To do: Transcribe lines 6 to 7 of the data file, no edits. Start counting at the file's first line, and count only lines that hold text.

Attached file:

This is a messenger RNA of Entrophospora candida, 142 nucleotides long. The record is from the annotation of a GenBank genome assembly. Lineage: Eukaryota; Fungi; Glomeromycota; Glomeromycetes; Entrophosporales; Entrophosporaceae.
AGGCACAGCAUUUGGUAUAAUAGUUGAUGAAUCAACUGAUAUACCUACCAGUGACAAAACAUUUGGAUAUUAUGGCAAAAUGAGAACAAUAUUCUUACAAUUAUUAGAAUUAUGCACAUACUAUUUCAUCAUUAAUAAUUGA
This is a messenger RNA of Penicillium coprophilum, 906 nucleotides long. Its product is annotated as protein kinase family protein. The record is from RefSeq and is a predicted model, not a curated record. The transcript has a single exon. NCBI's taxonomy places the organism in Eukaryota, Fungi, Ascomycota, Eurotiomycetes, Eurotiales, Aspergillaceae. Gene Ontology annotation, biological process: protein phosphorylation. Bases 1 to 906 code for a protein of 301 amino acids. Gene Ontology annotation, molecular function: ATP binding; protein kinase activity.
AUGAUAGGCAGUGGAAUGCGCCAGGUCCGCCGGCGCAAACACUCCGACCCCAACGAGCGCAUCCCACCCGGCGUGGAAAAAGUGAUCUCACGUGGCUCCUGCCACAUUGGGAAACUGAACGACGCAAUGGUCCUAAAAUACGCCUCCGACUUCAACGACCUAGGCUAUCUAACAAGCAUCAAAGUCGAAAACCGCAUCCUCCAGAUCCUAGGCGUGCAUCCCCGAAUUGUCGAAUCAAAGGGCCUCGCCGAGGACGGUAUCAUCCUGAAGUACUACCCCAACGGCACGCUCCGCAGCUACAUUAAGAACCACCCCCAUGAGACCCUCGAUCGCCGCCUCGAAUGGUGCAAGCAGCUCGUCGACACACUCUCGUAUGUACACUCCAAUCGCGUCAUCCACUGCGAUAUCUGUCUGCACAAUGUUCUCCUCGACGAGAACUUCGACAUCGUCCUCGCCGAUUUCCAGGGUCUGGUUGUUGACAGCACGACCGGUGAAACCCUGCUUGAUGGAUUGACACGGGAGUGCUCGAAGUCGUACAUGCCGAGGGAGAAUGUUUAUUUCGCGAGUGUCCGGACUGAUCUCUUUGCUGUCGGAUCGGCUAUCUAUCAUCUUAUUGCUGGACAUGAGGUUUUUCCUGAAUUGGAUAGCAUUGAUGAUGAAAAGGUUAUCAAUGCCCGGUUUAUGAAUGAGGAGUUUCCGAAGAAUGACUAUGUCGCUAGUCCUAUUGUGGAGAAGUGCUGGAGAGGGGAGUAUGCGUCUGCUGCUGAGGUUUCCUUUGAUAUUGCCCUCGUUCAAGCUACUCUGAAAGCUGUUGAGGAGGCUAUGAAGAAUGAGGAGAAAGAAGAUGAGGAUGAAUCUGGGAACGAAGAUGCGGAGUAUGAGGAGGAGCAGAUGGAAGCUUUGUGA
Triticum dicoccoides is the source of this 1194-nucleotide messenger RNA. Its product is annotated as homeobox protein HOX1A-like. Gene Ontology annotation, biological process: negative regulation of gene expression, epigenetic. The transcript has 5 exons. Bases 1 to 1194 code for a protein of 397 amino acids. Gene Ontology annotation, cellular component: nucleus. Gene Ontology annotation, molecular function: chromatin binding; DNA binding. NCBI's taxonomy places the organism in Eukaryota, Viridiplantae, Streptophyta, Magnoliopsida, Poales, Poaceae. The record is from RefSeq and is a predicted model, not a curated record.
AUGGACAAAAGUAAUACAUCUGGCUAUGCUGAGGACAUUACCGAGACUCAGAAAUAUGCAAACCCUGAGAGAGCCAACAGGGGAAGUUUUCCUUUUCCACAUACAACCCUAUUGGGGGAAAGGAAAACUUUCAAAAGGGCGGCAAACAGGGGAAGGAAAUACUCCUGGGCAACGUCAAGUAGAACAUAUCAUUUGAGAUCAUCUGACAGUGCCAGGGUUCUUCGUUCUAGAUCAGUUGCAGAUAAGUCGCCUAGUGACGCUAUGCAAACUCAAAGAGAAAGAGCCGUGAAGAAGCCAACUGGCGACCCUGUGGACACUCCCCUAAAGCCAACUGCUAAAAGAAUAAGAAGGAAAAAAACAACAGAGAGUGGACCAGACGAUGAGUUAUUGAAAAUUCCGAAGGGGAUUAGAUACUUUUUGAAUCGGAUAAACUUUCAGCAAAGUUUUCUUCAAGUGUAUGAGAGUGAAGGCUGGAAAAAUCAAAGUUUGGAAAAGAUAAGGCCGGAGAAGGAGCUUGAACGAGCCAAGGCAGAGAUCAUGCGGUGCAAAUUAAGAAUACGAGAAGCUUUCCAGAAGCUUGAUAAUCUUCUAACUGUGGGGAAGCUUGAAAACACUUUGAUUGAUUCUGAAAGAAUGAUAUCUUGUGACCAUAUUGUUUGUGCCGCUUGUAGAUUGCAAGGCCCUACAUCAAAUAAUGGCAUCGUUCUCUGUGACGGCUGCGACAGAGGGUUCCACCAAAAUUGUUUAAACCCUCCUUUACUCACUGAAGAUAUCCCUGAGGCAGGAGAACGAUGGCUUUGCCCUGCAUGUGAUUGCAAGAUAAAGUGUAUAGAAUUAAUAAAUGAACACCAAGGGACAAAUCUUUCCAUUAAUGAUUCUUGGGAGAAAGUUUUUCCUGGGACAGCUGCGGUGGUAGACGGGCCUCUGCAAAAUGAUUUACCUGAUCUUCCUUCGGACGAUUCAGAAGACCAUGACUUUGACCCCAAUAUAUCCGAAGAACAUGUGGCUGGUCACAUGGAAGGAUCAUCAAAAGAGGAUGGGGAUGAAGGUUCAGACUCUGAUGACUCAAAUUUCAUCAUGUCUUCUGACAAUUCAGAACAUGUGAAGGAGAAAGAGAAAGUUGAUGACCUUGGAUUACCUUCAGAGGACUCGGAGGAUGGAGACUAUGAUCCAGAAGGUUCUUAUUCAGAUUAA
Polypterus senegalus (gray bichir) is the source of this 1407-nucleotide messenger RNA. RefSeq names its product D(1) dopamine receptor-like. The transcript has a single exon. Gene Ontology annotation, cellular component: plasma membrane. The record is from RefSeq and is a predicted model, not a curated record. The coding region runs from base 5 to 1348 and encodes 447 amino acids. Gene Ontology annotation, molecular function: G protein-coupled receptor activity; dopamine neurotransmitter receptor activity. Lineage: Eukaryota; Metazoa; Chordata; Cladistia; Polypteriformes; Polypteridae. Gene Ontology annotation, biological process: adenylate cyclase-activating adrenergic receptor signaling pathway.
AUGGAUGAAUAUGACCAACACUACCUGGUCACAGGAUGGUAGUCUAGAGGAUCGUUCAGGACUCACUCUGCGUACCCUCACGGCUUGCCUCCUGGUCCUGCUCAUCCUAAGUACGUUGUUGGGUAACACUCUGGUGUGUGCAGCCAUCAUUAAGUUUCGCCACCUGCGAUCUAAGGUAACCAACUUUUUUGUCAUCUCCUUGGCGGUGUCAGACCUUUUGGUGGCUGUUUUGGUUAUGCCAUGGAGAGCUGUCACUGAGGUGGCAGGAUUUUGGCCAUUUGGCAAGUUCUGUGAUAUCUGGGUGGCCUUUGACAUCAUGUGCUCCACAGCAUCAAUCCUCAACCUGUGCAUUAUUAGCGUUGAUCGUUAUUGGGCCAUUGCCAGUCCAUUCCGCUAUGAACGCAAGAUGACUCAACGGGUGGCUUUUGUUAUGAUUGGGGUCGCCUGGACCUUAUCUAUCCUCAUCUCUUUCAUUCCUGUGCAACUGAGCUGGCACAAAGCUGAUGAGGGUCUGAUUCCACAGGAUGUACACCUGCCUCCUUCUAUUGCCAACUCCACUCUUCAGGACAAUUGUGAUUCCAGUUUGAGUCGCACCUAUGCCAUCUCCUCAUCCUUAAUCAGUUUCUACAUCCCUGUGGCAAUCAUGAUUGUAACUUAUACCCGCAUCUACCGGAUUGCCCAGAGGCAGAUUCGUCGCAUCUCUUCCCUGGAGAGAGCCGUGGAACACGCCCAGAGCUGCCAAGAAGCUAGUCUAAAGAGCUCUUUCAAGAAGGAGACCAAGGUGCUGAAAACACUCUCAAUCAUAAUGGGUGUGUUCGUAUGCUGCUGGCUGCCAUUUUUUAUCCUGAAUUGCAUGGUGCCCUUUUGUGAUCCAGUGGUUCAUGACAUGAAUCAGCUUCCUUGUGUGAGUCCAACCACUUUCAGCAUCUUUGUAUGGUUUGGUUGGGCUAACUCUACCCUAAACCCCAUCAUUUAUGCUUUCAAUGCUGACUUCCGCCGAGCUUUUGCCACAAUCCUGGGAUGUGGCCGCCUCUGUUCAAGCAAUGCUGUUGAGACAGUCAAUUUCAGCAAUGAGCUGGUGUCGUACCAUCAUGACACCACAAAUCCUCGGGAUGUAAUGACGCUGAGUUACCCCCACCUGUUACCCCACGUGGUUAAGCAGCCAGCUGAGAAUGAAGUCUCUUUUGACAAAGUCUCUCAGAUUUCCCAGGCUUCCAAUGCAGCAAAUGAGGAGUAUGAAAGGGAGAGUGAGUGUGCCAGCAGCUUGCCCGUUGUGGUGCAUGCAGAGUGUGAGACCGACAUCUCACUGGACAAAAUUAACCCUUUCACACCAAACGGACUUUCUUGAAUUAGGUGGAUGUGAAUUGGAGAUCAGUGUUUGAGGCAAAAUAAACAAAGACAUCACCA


AUGGACAAAAGUAAUACAUCUGGCUAUGCUGAGGACAUUACCGAGACUCAGAAAUAUGCAAACCCUGAGAGAGCCAACAGGGGAAGUUUUCCUUUUCCACAUACAACCCUAUUGGGGGAAAGGAAAACUUUCAAAAGGGCGGCAAACAGGGGAAGGAAAUACUCCUGGGCAACGUCAAGUAGAACAUAUCAUUUGAGAUCAUCUGACAGUGCCAGGGUUCUUCGUUCUAGAUCAGUUGCAGAUAAGUCGCCUAGUGACGCUAUGCAAACUCAAAGAGAAAGAGCCGUGAAGAAGCCAACUGGCGACCCUGUGGACACUCCCCUAAAGCCAACUGCUAAAAGAAUAAGAAGGAAAAAAACAACAGAGAGUGGACCAGACGAUGAGUUAUUGAAAAUUCCGAAGGGGAUUAGAUACUUUUUGAAUCGGAUAAACUUUCAGCAAAGUUUUCUUCAAGUGUAUGAGAGUGAAGGCUGGAAAAAUCAAAGUUUGGAAAAGAUAAGGCCGGAGAAGGAGCUUGAACGAGCCAAGGCAGAGAUCAUGCGGUGCAAAUUAAGAAUACGAGAAGCUUUCCAGAAGCUUGAUAAUCUUCUAACUGUGGGGAAGCUUGAAAACACUUUGAUUGAUUCUGAAAGAAUGAUAUCUUGUGACCAUAUUGUUUGUGCCGCUUGUAGAUUGCAAGGCCCUACAUCAAAUAAUGGCAUCGUUCUCUGUGACGGCUGCGACAGAGGGUUCCACCAAAAUUGUUUAAACCCUCCUUUACUCACUGAAGAUAUCCCUGAGGCAGGAGAACGAUGGCUUUGCCCUGCAUGUGAUUGCAAGAUAAAGUGUAUAGAAUUAAUAAAUGAACACCAAGGGACAAAUCUUUCCAUUAAUGAUUCUUGGGAGAAAGUUUUUCCUGGGACAGCUGCGGUGGUAGACGGGCCUCUGCAAAAUGAUUUACCUGAUCUUCCUUCGGACGAUUCAGAAGACCAUGACUUUGACCCCAAUAUAUCCGAAGAACAUGUGGCUGGUCACAUGGAAGGAUCAUCAAAAGAGGAUGGGGAUGAAGGUUCAGACUCUGAUGACUCAAAUUUCAUCAUGUCUUCUGACAAUUCAGAACAUGUGAAGGAGAAAGAGAAAGUUGAUGACCUUGGAUUACCUUCAGAGGACUCGGAGGAUGGAGACUAUGAUCCAGAAGGUUCUUAUUCAGAUUAA
Polypterus senegalus (gray bichir) is the source of this 1407-nucleotide messenger RNA. RefSeq names its product D(1) dopamine receptor-like. The transcript has a single exon. Gene Ontology annotation, cellular component: plasma membrane. The record is from RefSeq and is a predicted model, not a curated record. The coding region runs from base 5 to 1348 and encodes 447 amino acids. Gene Ontology annotation, molecular function: G protein-coupled receptor activity; dopamine neurotransmitter receptor activity. Lineage: Eukaryota; Metazoa; Chordata; Cladistia; Polypteriformes; Polypteridae. Gene Ontology annotation, biological process: adenylate cyclase-activating adrenergic receptor signaling pathway.